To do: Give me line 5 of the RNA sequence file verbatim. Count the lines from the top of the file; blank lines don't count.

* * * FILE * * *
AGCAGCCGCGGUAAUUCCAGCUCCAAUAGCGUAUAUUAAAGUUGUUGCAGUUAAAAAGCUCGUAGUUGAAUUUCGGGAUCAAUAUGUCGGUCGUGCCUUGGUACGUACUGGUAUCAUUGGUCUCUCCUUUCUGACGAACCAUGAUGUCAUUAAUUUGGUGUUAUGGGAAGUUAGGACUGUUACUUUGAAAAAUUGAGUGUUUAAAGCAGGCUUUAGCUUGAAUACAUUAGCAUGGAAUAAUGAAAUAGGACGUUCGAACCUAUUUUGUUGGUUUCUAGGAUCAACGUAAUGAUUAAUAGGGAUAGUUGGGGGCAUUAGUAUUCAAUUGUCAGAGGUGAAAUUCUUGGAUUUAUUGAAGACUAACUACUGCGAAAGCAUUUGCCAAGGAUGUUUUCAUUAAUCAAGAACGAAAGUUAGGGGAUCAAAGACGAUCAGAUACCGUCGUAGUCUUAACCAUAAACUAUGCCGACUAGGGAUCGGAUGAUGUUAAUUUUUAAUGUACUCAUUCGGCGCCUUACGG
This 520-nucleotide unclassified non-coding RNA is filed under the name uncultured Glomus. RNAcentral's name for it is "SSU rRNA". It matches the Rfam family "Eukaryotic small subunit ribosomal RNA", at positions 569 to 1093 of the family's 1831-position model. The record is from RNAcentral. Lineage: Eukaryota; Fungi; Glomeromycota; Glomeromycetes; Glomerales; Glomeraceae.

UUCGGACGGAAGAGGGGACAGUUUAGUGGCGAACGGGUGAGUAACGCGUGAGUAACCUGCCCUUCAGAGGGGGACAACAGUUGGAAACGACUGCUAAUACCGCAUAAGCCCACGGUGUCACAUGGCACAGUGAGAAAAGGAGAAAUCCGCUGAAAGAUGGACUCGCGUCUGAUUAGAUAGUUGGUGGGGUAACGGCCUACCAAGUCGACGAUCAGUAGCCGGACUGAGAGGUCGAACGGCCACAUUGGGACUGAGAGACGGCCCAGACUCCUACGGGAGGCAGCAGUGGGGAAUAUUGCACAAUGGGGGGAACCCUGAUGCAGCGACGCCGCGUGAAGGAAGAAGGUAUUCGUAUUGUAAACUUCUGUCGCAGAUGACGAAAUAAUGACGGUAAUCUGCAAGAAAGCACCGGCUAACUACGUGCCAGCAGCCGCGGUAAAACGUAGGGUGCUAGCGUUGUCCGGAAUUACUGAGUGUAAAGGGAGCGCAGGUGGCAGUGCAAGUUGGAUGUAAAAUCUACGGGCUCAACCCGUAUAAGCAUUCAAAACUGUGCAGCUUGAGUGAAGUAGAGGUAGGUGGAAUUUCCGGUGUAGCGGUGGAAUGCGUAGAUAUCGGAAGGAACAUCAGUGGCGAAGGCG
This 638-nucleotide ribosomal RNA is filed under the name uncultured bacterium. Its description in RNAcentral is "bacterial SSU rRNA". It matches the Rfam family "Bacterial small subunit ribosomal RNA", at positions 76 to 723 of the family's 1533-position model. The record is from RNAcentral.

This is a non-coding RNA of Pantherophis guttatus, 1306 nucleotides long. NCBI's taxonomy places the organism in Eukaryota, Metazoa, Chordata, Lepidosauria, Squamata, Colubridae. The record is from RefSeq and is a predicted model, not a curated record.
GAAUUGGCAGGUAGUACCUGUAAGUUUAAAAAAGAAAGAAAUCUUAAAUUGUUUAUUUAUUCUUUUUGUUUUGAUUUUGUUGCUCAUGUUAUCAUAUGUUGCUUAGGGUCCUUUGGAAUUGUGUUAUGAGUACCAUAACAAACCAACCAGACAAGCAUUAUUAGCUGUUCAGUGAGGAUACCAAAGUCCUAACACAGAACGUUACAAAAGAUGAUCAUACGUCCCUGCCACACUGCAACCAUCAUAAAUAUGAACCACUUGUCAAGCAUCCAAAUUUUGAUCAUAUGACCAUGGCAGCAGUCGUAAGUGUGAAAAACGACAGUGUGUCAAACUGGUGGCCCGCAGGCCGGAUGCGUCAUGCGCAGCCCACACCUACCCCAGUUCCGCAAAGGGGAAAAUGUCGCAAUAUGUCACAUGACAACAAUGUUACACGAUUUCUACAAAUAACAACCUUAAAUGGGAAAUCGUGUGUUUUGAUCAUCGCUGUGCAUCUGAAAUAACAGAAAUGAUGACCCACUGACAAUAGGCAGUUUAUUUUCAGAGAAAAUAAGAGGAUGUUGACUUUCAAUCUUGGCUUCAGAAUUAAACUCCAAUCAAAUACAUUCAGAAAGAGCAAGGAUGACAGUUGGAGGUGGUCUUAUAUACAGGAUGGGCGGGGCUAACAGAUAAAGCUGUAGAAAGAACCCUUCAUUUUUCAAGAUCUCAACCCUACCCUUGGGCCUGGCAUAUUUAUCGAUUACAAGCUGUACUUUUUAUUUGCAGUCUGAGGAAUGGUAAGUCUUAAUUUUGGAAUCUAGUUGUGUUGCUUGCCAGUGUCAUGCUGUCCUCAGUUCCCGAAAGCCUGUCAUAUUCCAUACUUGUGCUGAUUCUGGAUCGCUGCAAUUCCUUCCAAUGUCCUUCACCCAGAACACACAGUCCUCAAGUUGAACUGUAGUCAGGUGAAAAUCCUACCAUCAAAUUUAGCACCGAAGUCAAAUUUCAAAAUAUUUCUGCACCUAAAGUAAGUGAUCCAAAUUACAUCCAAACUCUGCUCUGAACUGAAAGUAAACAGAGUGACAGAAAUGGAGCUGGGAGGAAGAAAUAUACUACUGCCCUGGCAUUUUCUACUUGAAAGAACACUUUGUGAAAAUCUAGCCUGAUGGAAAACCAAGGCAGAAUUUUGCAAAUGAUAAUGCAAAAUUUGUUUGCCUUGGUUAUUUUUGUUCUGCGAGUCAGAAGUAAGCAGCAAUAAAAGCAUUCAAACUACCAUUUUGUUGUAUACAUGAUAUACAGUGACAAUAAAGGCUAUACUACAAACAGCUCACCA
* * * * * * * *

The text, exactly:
This is a non-coding RNA of Pantherophis guttatus, 1306 nucleotides long. NCBI's taxonomy places the organism in Eukaryota, Metazoa, Chordata, Lepidosauria, Squamata, Colubridae. The record is from RefSeq and is a predicted model, not a curated record.